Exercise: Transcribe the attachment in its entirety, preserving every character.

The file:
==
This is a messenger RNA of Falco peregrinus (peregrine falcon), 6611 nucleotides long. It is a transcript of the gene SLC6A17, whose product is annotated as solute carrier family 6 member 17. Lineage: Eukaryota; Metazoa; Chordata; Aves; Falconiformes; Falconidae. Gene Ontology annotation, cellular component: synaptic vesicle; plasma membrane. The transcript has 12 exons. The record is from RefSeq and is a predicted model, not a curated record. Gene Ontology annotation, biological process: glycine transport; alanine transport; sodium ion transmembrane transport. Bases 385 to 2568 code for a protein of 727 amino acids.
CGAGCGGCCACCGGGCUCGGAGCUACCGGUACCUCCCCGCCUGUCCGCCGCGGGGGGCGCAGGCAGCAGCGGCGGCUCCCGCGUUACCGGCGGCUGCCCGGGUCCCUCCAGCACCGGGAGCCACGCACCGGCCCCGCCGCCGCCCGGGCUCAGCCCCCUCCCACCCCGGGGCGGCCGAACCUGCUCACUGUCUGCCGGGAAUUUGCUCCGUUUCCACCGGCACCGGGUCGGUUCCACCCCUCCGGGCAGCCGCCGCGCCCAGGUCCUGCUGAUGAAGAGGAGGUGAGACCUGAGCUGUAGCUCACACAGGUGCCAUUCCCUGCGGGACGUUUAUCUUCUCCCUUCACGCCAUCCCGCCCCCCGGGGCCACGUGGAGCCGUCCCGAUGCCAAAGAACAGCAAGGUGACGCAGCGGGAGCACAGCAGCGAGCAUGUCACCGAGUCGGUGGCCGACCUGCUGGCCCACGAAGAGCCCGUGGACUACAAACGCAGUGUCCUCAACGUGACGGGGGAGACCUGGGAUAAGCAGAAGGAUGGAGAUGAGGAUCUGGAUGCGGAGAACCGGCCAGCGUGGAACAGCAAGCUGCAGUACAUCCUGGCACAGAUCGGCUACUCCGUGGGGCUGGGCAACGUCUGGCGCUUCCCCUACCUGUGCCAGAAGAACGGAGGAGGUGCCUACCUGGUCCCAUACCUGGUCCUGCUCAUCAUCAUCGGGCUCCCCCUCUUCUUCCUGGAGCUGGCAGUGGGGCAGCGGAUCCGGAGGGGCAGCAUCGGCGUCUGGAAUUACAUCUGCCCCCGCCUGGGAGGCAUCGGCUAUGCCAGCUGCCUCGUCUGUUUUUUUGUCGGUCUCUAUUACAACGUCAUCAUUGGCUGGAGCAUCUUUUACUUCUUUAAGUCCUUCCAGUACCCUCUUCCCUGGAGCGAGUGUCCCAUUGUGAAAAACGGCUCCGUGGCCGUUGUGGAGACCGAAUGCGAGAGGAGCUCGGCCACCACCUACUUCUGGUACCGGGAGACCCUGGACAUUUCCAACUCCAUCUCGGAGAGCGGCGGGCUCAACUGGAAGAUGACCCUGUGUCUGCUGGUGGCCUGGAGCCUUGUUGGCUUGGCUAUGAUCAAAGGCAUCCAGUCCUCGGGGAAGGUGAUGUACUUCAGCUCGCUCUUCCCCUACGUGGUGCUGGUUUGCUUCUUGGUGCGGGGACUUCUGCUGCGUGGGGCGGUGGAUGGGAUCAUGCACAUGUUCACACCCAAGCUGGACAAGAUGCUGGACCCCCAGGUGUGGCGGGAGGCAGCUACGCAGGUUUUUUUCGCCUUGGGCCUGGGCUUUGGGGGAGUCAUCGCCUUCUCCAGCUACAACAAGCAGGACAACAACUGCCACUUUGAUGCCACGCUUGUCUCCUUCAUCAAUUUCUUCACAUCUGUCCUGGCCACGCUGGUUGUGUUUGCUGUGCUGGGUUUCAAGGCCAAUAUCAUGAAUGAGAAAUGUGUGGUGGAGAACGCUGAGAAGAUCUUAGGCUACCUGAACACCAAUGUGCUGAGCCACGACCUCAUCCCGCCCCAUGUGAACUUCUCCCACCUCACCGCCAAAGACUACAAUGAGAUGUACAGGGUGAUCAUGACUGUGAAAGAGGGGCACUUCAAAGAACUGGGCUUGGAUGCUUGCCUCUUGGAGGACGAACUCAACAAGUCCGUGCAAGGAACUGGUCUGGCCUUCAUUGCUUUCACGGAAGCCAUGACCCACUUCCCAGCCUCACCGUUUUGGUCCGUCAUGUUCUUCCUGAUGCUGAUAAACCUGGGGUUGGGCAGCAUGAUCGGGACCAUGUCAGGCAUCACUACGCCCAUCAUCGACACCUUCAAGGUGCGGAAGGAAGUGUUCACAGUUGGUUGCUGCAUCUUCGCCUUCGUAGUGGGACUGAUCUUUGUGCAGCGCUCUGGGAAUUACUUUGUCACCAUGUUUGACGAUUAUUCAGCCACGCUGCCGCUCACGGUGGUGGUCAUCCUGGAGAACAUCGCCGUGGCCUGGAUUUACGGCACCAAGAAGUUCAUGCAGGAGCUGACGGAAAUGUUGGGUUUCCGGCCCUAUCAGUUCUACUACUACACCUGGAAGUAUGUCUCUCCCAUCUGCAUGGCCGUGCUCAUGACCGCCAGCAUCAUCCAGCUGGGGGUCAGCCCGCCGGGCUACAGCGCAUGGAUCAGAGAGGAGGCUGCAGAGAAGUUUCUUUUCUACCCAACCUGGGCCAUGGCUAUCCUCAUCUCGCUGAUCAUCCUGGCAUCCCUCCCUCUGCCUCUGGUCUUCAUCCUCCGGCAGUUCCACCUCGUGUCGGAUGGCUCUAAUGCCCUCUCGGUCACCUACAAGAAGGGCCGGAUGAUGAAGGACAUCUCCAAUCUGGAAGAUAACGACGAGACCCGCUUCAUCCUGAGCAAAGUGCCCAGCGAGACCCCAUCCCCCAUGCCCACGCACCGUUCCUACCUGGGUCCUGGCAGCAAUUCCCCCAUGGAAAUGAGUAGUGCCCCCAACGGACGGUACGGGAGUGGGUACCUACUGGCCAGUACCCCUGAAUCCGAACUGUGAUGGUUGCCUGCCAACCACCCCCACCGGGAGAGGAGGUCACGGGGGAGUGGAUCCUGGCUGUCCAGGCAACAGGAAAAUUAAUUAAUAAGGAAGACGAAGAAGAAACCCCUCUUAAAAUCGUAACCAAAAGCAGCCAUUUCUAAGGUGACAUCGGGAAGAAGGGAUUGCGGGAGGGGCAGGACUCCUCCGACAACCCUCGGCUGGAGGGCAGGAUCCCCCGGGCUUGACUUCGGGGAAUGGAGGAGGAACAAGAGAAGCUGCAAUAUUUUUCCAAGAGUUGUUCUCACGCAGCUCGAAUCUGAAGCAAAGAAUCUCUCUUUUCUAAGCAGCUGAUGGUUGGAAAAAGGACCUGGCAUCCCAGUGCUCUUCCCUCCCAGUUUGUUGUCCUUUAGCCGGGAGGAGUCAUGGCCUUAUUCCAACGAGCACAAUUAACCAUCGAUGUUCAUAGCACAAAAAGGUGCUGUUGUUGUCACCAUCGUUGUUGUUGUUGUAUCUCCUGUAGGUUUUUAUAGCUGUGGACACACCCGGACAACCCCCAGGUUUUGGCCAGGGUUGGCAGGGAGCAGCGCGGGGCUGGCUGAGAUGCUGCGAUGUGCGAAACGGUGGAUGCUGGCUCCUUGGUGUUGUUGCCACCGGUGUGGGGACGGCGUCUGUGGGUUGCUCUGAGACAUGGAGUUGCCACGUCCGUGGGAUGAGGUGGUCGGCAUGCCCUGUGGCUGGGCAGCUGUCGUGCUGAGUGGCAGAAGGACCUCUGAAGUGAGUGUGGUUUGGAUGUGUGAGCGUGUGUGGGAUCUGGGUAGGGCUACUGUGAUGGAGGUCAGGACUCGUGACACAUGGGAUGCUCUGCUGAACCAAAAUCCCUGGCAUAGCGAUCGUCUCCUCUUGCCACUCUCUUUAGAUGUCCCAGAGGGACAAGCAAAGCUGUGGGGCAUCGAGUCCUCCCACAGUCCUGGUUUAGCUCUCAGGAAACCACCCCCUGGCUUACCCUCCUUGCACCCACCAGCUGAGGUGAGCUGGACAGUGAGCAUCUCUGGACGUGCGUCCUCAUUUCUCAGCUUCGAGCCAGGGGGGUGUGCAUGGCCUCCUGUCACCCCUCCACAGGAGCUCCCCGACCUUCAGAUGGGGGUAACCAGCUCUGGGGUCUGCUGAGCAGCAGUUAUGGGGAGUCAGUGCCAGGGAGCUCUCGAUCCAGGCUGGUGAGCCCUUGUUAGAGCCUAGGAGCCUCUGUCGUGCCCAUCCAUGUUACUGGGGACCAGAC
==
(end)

This is a messenger RNA of Falco peregrinus (peregrine falcon), 6611 nucleotides long. It is a transcript of the gene SLC6A17, whose product is annotated as solute carrier family 6 member 17. Lineage: Eukaryota; Metazoa; Chordata; Aves; Falconiformes; Falconidae. Gene Ontology annotation, cellular component: synaptic vesicle; plasma membrane. The transcript has 12 exons. The record is from RefSeq and is a predicted model, not a curated record. Gene Ontology annotation, biological process: glycine transport; alanine transport; sodium ion transmembrane transport. Bases 385 to 2568 code for a protein of 727 amino acids.
CGAGCGGCCACCGGGCUCGGAGCUACCGGUACCUCCCCGCCUGUCCGCCGCGGGGGGCGCAGGCAGCAGCGGCGGCUCCCGCGUUACCGGCGGCUGCCCGGGUCCCUCCAGCACCGGGAGCCACGCACCGGCCCCGCCGCCGCCCGGGCUCAGCCCCCUCCCACCCCGGGGCGGCCGAACCUGCUCACUGUCUGCCGGGAAUUUGCUCCGUUUCCACCGGCACCGGGUCGGUUCCACCCCUCCGGGCAGCCGCCGCGCCCAGGUCCUGCUGAUGAAGAGGAGGUGAGACCUGAGCUGUAGCUCACACAGGUGCCAUUCCCUGCGGGACGUUUAUCUUCUCCCUUCACGCCAUCCCGCCCCCCGGGGCCACGUGGAGCCGUCCCGAUGCCAAAGAACAGCAAGGUGACGCAGCGGGAGCACAGCAGCGAGCAUGUCACCGAGUCGGUGGCCGACCUGCUGGCCCACGAAGAGCCCGUGGACUACAAACGCAGUGUCCUCAACGUGACGGGGGAGACCUGGGAUAAGCAGAAGGAUGGAGAUGAGGAUCUGGAUGCGGAGAACCGGCCAGCGUGGAACAGCAAGCUGCAGUACAUCCUGGCACAGAUCGGCUACUCCGUGGGGCUGGGCAACGUCUGGCGCUUCCCCUACCUGUGCCAGAAGAACGGAGGAGGUGCCUACCUGGUCCCAUACCUGGUCCUGCUCAUCAUCAUCGGGCUCCCCCUCUUCUUCCUGGAGCUGGCAGUGGGGCAGCGGAUCCGGAGGGGCAGCAUCGGCGUCUGGAAUUACAUCUGCCCCCGCCUGGGAGGCAUCGGCUAUGCCAGCUGCCUCGUCUGUUUUUUUGUCGGUCUCUAUUACAACGUCAUCAUUGGCUGGAGCAUCUUUUACUUCUUUAAGUCCUUCCAGUACCCUCUUCCCUGGAGCGAGUGUCCCAUUGUGAAAAACGGCUCCGUGGCCGUUGUGGAGACCGAAUGCGAGAGGAGCUCGGCCACCACCUACUUCUGGUACCGGGAGACCCUGGACAUUUCCAACUCCAUCUCGGAGAGCGGCGGGCUCAACUGGAAGAUGACCCUGUGUCUGCUGGUGGCCUGGAGCCUUGUUGGCUUGGCUAUGAUCAAAGGCAUCCAGUCCUCGGGGAAGGUGAUGUACUUCAGCUCGCUCUUCCCCUACGUGGUGCUGGUUUGCUUCUUGGUGCGGGGACUUCUGCUGCGUGGGGCGGUGGAUGGGAUCAUGCACAUGUUCACACCCAAGCUGGACAAGAUGCUGGACCCCCAGGUGUGGCGGGAGGCAGCUACGCAGGUUUUUUUCGCCUUGGGCCUGGGCUUUGGGGGAGUCAUCGCCUUCUCCAGCUACAACAAGCAGGACAACAACUGCCACUUUGAUGCCACGCUUGUCUCCUUCAUCAAUUUCUUCACAUCUGUCCUGGCCACGCUGGUUGUGUUUGCUGUGCUGGGUUUCAAGGCCAAUAUCAUGAAUGAGAAAUGUGUGGUGGAGAACGCUGAGAAGAUCUUAGGCUACCUGAACACCAAUGUGCUGAGCCACGACCUCAUCCCGCCCCAUGUGAACUUCUCCCACCUCACCGCCAAAGACUACAAUGAGAUGUACAGGGUGAUCAUGACUGUGAAAGAGGGGCACUUCAAAGAACUGGGCUUGGAUGCUUGCCUCUUGGAGGACGAACUCAACAAGUCCGUGCAAGGAACUGGUCUGGCCUUCAUUGCUUUCACGGAAGCCAUGACCCACUUCCCAGCCUCACCGUUUUGGUCCGUCAUGUUCUUCCUGAUGCUGAUAAACCUGGGGUUGGGCAGCAUGAUCGGGACCAUGUCAGGCAUCACUACGCCCAUCAUCGACACCUUCAAGGUGCGGAAGGAAGUGUUCACAGUUGGUUGCUGCAUCUUCGCCUUCGUAGUGGGACUGAUCUUUGUGCAGCGCUCUGGGAAUUACUUUGUCACCAUGUUUGACGAUUAUUCAGCCACGCUGCCGCUCACGGUGGUGGUCAUCCUGGAGAACAUCGCCGUGGCCUGGAUUUACGGCACCAAGAAGUUCAUGCAGGAGCUGACGGAAAUGUUGGGUUUCCGGCCCUAUCAGUUCUACUACUACACCUGGAAGUAUGUCUCUCCCAUCUGCAUGGCCGUGCUCAUGACCGCCAGCAUCAUCCAGCUGGGGGUCAGCCCGCCGGGCUACAGCGCAUGGAUCAGAGAGGAGGCUGCAGAGAAGUUUCUUUUCUACCCAACCUGGGCCAUGGCUAUCCUCAUCUCGCUGAUCAUCCUGGCAUCCCUCCCUCUGCCUCUGGUCUUCAUCCUCCGGCAGUUCCACCUCGUGUCGGAUGGCUCUAAUGCCCUCUCGGUCACCUACAAGAAGGGCCGGAUGAUGAAGGACAUCUCCAAUCUGGAAGAUAACGACGAGACCCGCUUCAUCCUGAGCAAAGUGCCCAGCGAGACCCCAUCCCCCAUGCCCACGCACCGUUCCUACCUGGGUCCUGGCAGCAAUUCCCCCAUGGAAAUGAGUAGUGCCCCCAACGGACGGUACGGGAGUGGGUACCUACUGGCCAGUACCCCUGAAUCCGAACUGUGAUGGUUGCCUGCCAACCACCCCCACCGGGAGAGGAGGUCACGGGGGAGUGGAUCCUGGCUGUCCAGGCAACAGGAAAAUUAAUUAAUAAGGAAGACGAAGAAGAAACCCCUCUUAAAAUCGUAACCAAAAGCAGCCAUUUCUAAGGUGACAUCGGGAAGAAGGGAUUGCGGGAGGGGCAGGACUCCUCCGACAACCCUCGGCUGGAGGGCAGGAUCCCCCGGGCUUGACUUCGGGGAAUGGAGGAGGAACAAGAGAAGCUGCAAUAUUUUUCCAAGAGUUGUUCUCACGCAGCUCGAAUCUGAAGCAAAGAAUCUCUCUUUUCUAAGCAGCUGAUGGUUGGAAAAAGGACCUGGCAUCCCAGUGCUCUUCCCUCCCAGUUUGUUGUCCUUUAGCCGGGAGGAGUCAUGGCCUUAUUCCAACGAGCACAAUUAACCAUCGAUGUUCAUAGCACAAAAAGGUGCUGUUGUUGUCACCAUCGUUGUUGUUGUUGUAUCUCCUGUAGGUUUUUAUAGCUGUGGACACACCCGGACAACCCCCAGGUUUUGGCCAGGGUUGGCAGGGAGCAGCGCGGGGCUGGCUGAGAUGCUGCGAUGUGCGAAACGGUGGAUGCUGGCUCCUUGGUGUUGUUGCCACCGGUGUGGGGACGGCGUCUGUGGGUUGCUCUGAGACAUGGAGUUGCCACGUCCGUGGGAUGAGGUGGUCGGCAUGCCCUGUGGCUGGGCAGCUGUCGUGCUGAGUGGCAGAAGGACCUCUGAAGUGAGUGUGGUUUGGAUGUGUGAGCGUGUGUGGGAUCUGGGUAGGGCUACUGUGAUGGAGGUCAGGACUCGUGACACAUGGGAUGCUCUGCUGAACCAAAAUCCCUGGCAUAGCGAUCGUCUCCUCUUGCCACUCUCUUUAGAUGUCCCAGAGGGACAAGCAAAGCUGUGGGGCAUCGAGUCCUCCCACAGUCCUGGUUUAGCUCUCAGGAAACCACCCCCUGGCUUACCCUCCUUGCACCCACCAGCUGAGGUGAGCUGGACAGUGAGCAUCUCUGGACGUGCGUCCUCAUUUCUCAGCUUCGAGCCAGGGGGGUGUGCAUGGCCUCCUGUCACCCCUCCACAGGAGCUCCCCGACCUUCAGAUGGGGGUAACCAGCUCUGGGGUCUGCUGAGCAGCAGUUAUGGGGAGUCAGUGCCAGGGAGCUCUCGAUCCAGGCUGGUGAGCCCUUGUUAGAGCCUAGGAGCCUCUGUCGUGCCCAUCCAUGUUACUGGGGACCAGAC